re: Ford Explorers, as of the last redesign, they are now FWD Unibody. the classic Explorer was built on the Ranger pickup chassis.

For towing light trailers like Casitas, Scamps, a sturdy unibody is obviously adequate, look how many people do it with vehicles like Pilot/Ridgeline, Highlanders, etc.
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Old 11-27-2018, 05:15 PM   #54
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Originally Posted by John in Santa Cruz View Post
The Pilot is the SUV that the Ridgeline is based on, and in turn the Pilot was based on the Odyssey minivan... All Unibody, FWD/AWD.

re: Ford Explorers, as of the last redesign, they are now FWD Unibody. the classic Explorer was built on the Ranger pickup chassis.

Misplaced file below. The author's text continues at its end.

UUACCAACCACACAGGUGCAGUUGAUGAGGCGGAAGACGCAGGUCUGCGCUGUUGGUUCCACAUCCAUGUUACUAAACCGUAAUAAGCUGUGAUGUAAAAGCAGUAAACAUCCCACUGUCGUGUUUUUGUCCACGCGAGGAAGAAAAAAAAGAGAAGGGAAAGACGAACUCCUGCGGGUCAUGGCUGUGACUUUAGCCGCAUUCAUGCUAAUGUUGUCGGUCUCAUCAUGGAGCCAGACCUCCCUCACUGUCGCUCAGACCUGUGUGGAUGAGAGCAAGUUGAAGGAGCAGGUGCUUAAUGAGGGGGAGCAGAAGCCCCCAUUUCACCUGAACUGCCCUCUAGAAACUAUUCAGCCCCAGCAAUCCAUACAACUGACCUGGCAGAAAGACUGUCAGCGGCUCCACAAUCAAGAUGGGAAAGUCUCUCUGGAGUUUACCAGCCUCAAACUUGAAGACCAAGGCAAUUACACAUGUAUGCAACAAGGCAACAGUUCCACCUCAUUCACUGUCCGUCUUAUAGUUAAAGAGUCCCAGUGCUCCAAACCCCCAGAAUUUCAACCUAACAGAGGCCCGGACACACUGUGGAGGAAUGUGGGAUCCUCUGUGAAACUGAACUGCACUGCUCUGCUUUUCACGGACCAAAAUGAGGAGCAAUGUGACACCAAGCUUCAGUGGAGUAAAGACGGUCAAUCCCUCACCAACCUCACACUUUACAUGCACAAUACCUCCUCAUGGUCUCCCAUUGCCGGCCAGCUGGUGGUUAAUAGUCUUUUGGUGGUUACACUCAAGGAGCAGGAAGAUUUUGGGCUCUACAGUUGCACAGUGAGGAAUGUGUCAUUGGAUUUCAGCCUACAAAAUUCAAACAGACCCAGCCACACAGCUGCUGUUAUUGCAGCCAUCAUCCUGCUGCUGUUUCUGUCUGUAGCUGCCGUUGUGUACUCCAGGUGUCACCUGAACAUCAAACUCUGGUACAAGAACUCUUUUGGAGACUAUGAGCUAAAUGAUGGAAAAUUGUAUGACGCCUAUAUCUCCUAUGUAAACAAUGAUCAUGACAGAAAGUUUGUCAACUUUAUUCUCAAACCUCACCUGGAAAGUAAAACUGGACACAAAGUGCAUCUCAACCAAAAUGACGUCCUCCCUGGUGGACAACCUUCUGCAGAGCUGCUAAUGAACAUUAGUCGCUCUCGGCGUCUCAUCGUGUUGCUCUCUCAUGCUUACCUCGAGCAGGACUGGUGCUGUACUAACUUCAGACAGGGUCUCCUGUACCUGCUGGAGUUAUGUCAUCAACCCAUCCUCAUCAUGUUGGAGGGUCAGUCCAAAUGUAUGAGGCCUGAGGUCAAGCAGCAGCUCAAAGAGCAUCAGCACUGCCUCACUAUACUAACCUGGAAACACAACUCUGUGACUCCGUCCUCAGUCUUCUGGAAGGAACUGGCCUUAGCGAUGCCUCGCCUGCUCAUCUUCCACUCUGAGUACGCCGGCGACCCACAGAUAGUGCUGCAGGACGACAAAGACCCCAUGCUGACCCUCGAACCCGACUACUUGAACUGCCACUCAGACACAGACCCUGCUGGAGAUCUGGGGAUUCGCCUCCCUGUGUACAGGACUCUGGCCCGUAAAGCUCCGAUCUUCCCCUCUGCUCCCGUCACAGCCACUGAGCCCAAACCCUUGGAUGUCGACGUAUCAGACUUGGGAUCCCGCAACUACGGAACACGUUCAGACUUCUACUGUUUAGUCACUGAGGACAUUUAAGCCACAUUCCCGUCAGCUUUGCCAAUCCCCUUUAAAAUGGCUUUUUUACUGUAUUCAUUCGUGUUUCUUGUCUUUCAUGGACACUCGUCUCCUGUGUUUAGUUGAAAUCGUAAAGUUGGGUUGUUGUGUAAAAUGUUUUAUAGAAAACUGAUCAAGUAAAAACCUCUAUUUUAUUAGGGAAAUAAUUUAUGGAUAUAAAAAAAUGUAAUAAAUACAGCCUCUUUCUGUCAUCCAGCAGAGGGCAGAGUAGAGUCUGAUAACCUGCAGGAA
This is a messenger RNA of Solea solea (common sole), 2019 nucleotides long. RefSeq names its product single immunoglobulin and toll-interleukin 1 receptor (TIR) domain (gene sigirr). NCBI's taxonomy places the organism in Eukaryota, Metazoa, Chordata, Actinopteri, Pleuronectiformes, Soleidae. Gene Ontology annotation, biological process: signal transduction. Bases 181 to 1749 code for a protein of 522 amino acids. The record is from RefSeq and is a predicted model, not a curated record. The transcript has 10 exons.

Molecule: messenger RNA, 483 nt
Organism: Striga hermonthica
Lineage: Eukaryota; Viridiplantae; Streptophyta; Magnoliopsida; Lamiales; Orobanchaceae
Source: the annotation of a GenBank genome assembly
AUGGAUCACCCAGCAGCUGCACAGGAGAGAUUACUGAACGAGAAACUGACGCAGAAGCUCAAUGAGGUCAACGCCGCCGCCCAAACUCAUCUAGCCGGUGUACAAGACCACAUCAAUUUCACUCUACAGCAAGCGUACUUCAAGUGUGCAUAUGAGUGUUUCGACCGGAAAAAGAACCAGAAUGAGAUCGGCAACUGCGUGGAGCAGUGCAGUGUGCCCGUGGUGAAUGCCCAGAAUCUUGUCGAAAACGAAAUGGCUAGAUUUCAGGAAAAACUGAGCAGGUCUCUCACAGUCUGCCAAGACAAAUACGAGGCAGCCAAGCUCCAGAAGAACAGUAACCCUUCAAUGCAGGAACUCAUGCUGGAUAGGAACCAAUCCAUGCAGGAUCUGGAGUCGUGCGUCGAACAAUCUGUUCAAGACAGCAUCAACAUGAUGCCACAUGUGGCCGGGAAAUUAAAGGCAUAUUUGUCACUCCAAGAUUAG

For towing light trailers like Casitas, Scamps, a sturdy unibody is obviously adequate, look how many people do it with vehicles like Pilot/Ridgeline, Highlanders, etc.
Or as my Father use to say “ Just because everyone does it doesn’t make it right “
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Old 11-27-2018, 06:02 PM   #55
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Or as my Father use to say “ Just because everyone does it doesn’t make it right “

Isn't that what everyone's parents used to say?
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Old 11-27-2018, 06:05 PM   #56
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Or as my Father use to say “ Just because everyone does it doesn’t make it right “
No, but it doesn't make it wrong, either. Towing within manufacturer's specs and in accordance with applicable motor vehicle laws and commonly accepted best practices does make it right.

A Casita 17 towed by a 5000/500# rated crossover with a Class III hitch and working electric brakes appears be a go on all counts.

Are you suggesting there is something objectively wrong with a properly equipped Honda Pilot towing a Casita 17?